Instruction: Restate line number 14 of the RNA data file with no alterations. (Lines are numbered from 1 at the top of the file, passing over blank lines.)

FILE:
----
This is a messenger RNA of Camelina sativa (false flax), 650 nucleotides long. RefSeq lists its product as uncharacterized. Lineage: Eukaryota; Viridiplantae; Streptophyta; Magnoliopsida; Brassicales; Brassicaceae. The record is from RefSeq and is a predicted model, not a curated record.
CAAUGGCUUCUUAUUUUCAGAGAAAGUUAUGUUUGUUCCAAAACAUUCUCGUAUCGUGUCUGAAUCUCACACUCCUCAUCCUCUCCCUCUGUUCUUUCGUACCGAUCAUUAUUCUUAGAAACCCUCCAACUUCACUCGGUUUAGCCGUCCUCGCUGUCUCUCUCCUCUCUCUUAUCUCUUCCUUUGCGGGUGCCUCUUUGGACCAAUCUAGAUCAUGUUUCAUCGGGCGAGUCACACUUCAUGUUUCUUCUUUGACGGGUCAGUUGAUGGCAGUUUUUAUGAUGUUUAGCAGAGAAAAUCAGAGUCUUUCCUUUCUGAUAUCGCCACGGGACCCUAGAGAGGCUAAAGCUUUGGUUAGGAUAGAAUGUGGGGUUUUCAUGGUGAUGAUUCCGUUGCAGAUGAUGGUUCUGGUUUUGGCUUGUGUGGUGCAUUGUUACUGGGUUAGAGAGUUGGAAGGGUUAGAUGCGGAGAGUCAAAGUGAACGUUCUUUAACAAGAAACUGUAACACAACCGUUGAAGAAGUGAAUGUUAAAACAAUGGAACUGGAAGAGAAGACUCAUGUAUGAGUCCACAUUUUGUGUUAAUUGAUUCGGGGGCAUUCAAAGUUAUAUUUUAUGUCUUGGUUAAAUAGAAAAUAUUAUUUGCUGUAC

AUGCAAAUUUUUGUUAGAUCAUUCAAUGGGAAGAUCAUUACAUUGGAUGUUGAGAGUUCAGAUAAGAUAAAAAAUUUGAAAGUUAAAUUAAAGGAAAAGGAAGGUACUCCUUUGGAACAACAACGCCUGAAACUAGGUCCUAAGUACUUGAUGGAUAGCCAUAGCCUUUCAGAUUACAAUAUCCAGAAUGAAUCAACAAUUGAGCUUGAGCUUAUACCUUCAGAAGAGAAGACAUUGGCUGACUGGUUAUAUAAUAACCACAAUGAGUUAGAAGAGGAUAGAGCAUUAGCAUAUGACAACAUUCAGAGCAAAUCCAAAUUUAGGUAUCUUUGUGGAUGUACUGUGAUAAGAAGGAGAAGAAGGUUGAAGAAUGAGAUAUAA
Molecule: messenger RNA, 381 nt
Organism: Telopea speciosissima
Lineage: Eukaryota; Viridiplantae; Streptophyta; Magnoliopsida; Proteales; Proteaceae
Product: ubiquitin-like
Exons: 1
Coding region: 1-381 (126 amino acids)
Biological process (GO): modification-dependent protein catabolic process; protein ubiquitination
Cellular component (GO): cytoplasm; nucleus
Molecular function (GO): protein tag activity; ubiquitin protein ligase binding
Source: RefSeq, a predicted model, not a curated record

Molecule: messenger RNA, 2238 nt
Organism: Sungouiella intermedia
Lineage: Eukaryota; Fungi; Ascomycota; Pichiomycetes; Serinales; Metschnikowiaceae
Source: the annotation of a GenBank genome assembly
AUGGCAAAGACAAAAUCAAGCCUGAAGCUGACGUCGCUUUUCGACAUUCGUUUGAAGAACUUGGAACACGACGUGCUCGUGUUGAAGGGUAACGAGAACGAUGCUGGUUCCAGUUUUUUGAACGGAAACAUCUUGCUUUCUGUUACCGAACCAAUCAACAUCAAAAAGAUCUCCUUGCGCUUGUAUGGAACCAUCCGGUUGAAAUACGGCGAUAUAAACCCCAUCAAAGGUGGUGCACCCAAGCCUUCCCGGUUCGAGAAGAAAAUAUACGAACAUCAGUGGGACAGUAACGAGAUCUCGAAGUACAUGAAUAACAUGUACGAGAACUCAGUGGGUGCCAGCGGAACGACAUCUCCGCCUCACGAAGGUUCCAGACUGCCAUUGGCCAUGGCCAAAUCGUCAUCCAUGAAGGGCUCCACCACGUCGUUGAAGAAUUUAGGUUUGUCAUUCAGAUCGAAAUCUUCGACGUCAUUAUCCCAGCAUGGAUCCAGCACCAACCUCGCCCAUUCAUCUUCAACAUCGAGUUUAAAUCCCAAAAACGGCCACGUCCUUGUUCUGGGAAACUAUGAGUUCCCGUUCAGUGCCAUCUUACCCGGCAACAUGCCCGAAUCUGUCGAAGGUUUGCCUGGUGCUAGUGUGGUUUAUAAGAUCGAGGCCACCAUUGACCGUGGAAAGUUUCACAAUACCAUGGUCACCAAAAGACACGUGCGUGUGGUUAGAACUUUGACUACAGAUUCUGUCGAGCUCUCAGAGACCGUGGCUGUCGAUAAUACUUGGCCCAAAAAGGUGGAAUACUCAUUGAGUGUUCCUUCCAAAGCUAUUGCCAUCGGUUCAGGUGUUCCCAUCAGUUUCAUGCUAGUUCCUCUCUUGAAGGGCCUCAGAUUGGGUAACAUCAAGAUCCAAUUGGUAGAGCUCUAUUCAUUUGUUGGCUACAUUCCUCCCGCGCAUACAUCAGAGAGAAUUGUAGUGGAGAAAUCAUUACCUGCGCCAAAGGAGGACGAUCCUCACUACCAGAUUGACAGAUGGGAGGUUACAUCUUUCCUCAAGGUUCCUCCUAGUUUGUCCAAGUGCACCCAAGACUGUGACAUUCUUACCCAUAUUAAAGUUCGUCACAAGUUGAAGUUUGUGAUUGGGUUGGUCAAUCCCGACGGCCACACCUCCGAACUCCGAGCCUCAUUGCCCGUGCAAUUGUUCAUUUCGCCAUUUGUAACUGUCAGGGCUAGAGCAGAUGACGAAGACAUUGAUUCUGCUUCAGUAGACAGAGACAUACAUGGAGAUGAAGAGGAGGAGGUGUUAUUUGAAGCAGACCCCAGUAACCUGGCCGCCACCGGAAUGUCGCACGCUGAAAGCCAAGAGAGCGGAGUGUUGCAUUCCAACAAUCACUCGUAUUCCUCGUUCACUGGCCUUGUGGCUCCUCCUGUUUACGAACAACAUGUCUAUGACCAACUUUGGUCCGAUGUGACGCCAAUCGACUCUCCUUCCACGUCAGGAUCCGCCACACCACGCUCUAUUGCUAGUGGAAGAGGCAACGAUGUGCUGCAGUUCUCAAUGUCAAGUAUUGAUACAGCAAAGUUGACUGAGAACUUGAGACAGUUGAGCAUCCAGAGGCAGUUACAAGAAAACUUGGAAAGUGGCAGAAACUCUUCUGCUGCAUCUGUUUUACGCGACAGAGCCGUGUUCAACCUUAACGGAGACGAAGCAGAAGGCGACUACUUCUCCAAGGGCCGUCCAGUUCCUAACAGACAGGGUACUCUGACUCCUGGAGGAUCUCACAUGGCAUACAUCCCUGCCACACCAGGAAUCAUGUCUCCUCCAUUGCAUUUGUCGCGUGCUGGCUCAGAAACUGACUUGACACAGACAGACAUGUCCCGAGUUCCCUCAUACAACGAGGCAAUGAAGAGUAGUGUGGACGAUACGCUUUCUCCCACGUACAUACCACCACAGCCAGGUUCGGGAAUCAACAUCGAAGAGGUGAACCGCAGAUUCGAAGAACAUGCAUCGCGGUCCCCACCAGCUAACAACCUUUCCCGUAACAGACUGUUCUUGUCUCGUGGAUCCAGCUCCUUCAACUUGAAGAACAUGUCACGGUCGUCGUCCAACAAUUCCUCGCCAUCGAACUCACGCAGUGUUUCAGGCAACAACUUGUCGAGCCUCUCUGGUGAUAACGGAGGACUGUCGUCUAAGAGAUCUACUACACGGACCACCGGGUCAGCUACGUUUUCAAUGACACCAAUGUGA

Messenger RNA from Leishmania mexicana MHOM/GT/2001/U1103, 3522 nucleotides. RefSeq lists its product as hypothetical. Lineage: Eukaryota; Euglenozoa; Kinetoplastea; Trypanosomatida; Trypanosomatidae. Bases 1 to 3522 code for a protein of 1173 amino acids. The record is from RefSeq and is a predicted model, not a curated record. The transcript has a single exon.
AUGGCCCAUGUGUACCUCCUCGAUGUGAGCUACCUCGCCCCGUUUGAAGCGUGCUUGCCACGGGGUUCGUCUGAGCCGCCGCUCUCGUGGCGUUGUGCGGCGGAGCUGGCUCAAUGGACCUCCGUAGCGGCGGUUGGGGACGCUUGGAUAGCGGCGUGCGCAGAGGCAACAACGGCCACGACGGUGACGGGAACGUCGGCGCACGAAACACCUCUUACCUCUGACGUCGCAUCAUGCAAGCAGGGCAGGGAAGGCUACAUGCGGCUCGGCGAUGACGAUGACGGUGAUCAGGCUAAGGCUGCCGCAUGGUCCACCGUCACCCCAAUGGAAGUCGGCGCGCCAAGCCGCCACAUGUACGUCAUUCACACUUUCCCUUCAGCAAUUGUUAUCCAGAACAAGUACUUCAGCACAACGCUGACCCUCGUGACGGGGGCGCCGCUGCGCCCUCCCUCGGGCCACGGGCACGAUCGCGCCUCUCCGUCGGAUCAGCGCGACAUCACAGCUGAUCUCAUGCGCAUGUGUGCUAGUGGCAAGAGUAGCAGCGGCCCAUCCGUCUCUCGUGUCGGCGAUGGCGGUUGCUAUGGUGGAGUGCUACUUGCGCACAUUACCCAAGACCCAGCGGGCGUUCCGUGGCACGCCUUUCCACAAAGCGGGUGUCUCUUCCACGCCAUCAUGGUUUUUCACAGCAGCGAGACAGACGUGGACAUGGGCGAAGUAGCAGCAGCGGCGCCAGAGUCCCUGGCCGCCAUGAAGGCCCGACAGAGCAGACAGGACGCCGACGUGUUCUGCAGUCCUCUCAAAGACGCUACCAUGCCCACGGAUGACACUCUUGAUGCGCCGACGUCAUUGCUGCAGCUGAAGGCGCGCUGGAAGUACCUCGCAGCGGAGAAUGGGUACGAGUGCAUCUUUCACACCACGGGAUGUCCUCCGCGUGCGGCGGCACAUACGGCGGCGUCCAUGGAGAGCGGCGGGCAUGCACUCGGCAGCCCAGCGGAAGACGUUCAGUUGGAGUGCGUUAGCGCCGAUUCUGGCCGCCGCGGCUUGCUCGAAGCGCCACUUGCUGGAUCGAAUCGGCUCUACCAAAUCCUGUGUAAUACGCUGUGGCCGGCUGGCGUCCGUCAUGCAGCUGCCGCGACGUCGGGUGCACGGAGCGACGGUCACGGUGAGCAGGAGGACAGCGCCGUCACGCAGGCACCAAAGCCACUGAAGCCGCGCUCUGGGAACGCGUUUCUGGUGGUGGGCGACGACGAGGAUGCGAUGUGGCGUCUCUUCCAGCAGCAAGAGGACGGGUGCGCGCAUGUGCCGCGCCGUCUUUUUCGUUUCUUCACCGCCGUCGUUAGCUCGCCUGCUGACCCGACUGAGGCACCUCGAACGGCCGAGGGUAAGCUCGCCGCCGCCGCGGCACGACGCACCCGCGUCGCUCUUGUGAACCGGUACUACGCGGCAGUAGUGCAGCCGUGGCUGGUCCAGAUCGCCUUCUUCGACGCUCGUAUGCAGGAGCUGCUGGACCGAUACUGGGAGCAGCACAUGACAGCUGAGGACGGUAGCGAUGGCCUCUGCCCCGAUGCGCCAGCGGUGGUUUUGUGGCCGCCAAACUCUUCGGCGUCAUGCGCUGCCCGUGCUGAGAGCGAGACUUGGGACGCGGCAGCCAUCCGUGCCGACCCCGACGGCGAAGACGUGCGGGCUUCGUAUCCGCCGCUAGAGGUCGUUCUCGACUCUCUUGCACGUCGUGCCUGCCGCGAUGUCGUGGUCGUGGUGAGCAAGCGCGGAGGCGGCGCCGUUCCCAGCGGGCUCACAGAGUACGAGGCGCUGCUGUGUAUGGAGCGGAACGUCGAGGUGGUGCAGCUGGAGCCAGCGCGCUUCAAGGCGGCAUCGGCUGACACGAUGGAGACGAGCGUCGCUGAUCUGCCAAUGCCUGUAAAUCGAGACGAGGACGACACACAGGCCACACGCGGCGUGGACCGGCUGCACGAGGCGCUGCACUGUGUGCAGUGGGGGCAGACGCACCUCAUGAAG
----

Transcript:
Molecule: messenger RNA, 2238 nt